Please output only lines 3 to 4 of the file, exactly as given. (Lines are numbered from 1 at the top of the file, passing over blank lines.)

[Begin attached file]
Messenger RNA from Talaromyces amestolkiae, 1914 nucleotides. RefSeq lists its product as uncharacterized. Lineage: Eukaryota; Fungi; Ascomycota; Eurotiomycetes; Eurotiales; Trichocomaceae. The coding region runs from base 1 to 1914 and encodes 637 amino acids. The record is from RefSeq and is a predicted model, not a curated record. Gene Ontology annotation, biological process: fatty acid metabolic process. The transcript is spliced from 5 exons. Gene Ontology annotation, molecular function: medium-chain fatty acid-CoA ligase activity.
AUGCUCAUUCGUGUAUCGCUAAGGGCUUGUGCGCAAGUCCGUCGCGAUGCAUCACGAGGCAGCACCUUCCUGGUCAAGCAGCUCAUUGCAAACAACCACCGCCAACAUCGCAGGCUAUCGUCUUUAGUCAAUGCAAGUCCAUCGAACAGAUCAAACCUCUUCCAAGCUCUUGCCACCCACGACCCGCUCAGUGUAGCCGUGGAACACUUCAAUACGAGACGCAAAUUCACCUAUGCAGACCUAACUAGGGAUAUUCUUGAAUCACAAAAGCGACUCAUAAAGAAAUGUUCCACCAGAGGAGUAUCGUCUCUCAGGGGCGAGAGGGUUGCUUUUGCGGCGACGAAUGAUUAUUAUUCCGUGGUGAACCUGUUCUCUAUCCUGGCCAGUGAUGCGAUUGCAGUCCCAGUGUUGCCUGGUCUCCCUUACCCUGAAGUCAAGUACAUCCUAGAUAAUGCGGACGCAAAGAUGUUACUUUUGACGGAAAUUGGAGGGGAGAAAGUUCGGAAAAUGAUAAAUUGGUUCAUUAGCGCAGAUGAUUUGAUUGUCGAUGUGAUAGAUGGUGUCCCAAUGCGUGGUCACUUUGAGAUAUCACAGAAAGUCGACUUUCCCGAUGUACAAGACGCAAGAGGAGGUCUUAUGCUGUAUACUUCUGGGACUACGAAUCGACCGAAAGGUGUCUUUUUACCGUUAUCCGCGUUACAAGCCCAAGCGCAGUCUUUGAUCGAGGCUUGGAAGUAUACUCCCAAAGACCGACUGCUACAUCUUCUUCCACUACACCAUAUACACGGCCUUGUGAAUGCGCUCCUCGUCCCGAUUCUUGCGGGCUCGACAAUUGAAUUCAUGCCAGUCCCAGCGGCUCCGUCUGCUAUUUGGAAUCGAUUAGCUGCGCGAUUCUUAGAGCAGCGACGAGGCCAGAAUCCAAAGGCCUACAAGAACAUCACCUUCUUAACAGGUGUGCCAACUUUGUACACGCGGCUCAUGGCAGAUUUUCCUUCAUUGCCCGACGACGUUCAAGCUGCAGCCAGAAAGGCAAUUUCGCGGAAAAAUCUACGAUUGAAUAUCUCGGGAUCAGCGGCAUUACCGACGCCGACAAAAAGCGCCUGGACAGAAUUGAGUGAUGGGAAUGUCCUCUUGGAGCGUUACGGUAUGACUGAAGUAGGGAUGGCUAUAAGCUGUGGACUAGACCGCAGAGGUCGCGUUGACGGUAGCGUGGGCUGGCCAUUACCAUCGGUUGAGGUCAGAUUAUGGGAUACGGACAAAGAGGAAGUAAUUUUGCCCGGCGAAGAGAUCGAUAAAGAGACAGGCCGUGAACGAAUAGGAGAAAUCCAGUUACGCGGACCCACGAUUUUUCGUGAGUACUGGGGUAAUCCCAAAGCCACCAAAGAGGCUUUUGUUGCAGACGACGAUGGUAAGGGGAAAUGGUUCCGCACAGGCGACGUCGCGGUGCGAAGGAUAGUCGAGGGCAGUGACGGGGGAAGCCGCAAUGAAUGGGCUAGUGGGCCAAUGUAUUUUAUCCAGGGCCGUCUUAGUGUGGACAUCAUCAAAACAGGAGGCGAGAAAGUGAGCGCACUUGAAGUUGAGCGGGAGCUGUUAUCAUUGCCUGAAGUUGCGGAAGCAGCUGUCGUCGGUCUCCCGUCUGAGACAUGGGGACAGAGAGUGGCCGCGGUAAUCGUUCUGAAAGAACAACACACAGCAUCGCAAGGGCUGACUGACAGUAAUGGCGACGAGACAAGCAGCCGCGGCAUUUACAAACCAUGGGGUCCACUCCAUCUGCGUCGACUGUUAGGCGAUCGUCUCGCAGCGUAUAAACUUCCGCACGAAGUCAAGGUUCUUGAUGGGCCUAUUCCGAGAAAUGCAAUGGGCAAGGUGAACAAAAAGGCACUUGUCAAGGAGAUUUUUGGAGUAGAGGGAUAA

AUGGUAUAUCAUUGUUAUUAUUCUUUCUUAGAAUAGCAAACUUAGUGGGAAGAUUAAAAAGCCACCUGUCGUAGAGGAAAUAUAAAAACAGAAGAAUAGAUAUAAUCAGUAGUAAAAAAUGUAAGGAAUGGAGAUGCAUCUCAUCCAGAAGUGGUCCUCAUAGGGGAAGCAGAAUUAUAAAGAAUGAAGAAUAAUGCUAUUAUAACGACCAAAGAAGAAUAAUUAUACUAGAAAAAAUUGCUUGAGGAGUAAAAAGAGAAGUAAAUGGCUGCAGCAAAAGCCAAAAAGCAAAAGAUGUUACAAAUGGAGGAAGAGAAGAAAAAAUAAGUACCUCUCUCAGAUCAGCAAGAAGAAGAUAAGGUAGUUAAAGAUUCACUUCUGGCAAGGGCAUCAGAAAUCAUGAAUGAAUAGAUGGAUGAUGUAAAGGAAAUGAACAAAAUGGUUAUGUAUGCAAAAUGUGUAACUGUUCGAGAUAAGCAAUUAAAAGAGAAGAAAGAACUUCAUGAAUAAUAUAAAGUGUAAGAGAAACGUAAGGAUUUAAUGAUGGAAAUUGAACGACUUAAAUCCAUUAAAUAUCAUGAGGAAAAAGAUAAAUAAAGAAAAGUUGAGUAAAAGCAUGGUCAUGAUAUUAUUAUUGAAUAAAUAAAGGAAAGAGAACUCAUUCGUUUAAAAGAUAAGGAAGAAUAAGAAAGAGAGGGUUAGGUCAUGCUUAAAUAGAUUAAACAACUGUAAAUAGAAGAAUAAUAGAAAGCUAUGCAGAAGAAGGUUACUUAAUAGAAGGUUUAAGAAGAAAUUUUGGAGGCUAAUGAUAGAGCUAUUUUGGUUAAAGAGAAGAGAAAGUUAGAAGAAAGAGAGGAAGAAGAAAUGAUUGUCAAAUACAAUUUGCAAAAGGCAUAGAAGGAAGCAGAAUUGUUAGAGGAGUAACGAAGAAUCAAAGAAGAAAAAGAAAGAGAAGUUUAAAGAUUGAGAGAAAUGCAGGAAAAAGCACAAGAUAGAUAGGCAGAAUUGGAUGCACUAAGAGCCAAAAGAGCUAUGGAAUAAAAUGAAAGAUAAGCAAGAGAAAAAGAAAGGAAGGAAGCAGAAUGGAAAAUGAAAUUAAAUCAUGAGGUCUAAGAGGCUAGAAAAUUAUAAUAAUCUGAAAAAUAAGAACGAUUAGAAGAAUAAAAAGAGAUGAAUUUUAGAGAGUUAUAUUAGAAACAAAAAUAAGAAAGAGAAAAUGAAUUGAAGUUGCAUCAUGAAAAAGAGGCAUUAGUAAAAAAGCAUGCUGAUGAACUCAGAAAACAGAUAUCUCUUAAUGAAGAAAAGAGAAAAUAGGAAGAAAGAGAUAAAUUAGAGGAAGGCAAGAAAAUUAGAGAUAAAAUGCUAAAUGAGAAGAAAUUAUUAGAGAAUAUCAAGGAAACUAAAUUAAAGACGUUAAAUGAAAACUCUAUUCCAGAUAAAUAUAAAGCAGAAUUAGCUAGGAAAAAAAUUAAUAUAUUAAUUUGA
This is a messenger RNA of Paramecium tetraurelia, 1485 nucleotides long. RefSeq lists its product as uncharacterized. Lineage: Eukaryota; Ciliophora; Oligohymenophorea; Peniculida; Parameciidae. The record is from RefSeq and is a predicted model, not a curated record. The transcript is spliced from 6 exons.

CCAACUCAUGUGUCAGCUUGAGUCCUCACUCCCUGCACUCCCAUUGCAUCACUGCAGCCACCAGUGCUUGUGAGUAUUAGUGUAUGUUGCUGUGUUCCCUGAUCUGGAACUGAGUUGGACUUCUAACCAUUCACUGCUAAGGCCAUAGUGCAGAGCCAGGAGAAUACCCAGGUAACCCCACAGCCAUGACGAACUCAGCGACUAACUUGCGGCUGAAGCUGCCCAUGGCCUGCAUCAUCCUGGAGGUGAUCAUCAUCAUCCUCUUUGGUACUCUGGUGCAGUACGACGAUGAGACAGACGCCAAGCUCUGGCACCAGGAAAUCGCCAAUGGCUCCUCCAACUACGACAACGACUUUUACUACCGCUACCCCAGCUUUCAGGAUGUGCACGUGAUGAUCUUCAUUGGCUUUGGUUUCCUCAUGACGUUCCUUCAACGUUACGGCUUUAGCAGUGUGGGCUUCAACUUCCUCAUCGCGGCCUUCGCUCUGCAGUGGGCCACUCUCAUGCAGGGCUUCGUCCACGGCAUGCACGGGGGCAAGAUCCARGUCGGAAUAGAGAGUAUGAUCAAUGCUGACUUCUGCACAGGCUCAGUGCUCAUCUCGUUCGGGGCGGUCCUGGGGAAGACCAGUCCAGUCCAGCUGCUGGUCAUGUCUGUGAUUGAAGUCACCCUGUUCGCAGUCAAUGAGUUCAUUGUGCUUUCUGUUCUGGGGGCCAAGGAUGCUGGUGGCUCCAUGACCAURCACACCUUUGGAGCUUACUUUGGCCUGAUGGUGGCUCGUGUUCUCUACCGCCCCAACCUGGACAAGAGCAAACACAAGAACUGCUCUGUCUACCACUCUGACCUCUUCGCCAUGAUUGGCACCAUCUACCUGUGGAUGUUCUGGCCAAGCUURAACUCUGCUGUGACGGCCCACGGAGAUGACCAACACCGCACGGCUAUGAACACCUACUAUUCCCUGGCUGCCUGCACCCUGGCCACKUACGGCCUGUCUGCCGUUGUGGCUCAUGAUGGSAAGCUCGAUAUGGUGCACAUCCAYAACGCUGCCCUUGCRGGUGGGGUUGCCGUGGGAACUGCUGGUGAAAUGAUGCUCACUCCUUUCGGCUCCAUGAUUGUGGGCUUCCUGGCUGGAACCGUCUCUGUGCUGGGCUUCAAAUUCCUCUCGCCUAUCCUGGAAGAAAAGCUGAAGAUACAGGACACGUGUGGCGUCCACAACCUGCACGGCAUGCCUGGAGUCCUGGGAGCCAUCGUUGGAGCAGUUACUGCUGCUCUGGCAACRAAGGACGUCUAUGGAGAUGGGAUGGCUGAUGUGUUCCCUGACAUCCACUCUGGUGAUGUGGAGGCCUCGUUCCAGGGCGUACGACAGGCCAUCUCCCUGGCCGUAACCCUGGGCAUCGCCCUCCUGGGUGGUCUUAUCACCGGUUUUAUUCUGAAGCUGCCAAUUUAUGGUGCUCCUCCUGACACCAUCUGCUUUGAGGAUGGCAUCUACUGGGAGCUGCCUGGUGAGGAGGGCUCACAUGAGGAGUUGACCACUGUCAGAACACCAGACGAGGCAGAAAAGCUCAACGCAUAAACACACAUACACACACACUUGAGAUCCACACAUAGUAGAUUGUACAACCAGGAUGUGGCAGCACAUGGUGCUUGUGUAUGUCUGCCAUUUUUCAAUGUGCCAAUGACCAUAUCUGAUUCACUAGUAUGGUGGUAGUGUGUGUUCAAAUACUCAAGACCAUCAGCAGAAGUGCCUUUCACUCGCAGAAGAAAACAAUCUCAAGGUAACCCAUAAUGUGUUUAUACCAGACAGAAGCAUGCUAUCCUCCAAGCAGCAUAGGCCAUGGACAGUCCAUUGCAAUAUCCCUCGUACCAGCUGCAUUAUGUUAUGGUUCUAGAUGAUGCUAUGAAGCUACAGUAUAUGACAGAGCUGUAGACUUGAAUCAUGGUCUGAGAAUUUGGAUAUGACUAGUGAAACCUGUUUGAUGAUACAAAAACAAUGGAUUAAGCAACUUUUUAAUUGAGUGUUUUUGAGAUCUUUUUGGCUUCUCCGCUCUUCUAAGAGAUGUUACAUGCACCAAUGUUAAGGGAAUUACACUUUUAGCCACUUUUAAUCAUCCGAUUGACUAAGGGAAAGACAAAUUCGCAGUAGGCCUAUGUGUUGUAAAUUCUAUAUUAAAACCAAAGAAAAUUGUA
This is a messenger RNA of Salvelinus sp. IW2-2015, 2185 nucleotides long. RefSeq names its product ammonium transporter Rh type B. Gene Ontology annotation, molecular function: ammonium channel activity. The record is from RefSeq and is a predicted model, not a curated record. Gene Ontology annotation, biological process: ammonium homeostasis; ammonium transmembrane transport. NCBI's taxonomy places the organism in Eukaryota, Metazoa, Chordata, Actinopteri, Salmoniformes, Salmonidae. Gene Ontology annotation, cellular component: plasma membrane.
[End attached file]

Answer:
AUGGUAUAUCAUUGUUAUUAUUCUUUCUUAGAAUAGCAAACUUAGUGGGAAGAUUAAAAAGCCACCUGUCGUAGAGGAAAUAUAAAAACAGAAGAAUAGAUAUAAUCAGUAGUAAAAAAUGUAAGGAAUGGAGAUGCAUCUCAUCCAGAAGUGGUCCUCAUAGGGGAAGCAGAAUUAUAAAGAAUGAAGAAUAAUGCUAUUAUAACGACCAAAGAAGAAUAAUUAUACUAGAAAAAAUUGCUUGAGGAGUAAAAAGAGAAGUAAAUGGCUGCAGCAAAAGCCAAAAAGCAAAAGAUGUUACAAAUGGAGGAAGAGAAGAAAAAAUAAGUACCUCUCUCAGAUCAGCAAGAAGAAGAUAAGGUAGUUAAAGAUUCACUUCUGGCAAGGGCAUCAGAAAUCAUGAAUGAAUAGAUGGAUGAUGUAAAGGAAAUGAACAAAAUGGUUAUGUAUGCAAAAUGUGUAACUGUUCGAGAUAAGCAAUUAAAAGAGAAGAAAGAACUUCAUGAAUAAUAUAAAGUGUAAGAGAAACGUAAGGAUUUAAUGAUGGAAAUUGAACGACUUAAAUCCAUUAAAUAUCAUGAGGAAAAAGAUAAAUAAAGAAAAGUUGAGUAAAAGCAUGGUCAUGAUAUUAUUAUUGAAUAAAUAAAGGAAAGAGAACUCAUUCGUUUAAAAGAUAAGGAAGAAUAAGAAAGAGAGGGUUAGGUCAUGCUUAAAUAGAUUAAACAACUGUAAAUAGAAGAAUAAUAGAAAGCUAUGCAGAAGAAGGUUACUUAAUAGAAGGUUUAAGAAGAAAUUUUGGAGGCUAAUGAUAGAGCUAUUUUGGUUAAAGAGAAGAGAAAGUUAGAAGAAAGAGAGGAAGAAGAAAUGAUUGUCAAAUACAAUUUGCAAAAGGCAUAGAAGGAAGCAGAAUUGUUAGAGGAGUAACGAAGAAUCAAAGAAGAAAAAGAAAGAGAAGUUUAAAGAUUGAGAGAAAUGCAGGAAAAAGCACAAGAUAGAUAGGCAGAAUUGGAUGCACUAAGAGCCAAAAGAGCUAUGGAAUAAAAUGAAAGAUAAGCAAGAGAAAAAGAAAGGAAGGAAGCAGAAUGGAAAAUGAAAUUAAAUCAUGAGGUCUAAGAGGCUAGAAAAUUAUAAUAAUCUGAAAAAUAAGAACGAUUAGAAGAAUAAAAAGAGAUGAAUUUUAGAGAGUUAUAUUAGAAACAAAAAUAAGAAAGAGAAAAUGAAUUGAAGUUGCAUCAUGAAAAAGAGGCAUUAGUAAAAAAGCAUGCUGAUGAACUCAGAAAACAGAUAUCUCUUAAUGAAGAAAAGAGAAAAUAGGAAGAAAGAGAUAAAUUAGAGGAAGGCAAGAAAAUUAGAGAUAAAAUGCUAAAUGAGAAGAAAUUAUUAGAGAAUAUCAAGGAAACUAAAUUAAAGACGUUAAAUGAAAACUCUAUUCCAGAUAAAUAUAAAGCAGAAUUAGCUAGGAAAAAAAUUAAUAUAUUAAUUUGA
This is a messenger RNA of Paramecium tetraurelia, 1485 nucleotides long. RefSeq lists its product as uncharacterized. Lineage: Eukaryota; Ciliophora; Oligohymenophorea; Peniculida; Parameciidae. The record is from RefSeq and is a predicted model, not a curated record. The transcript is spliced from 6 exons.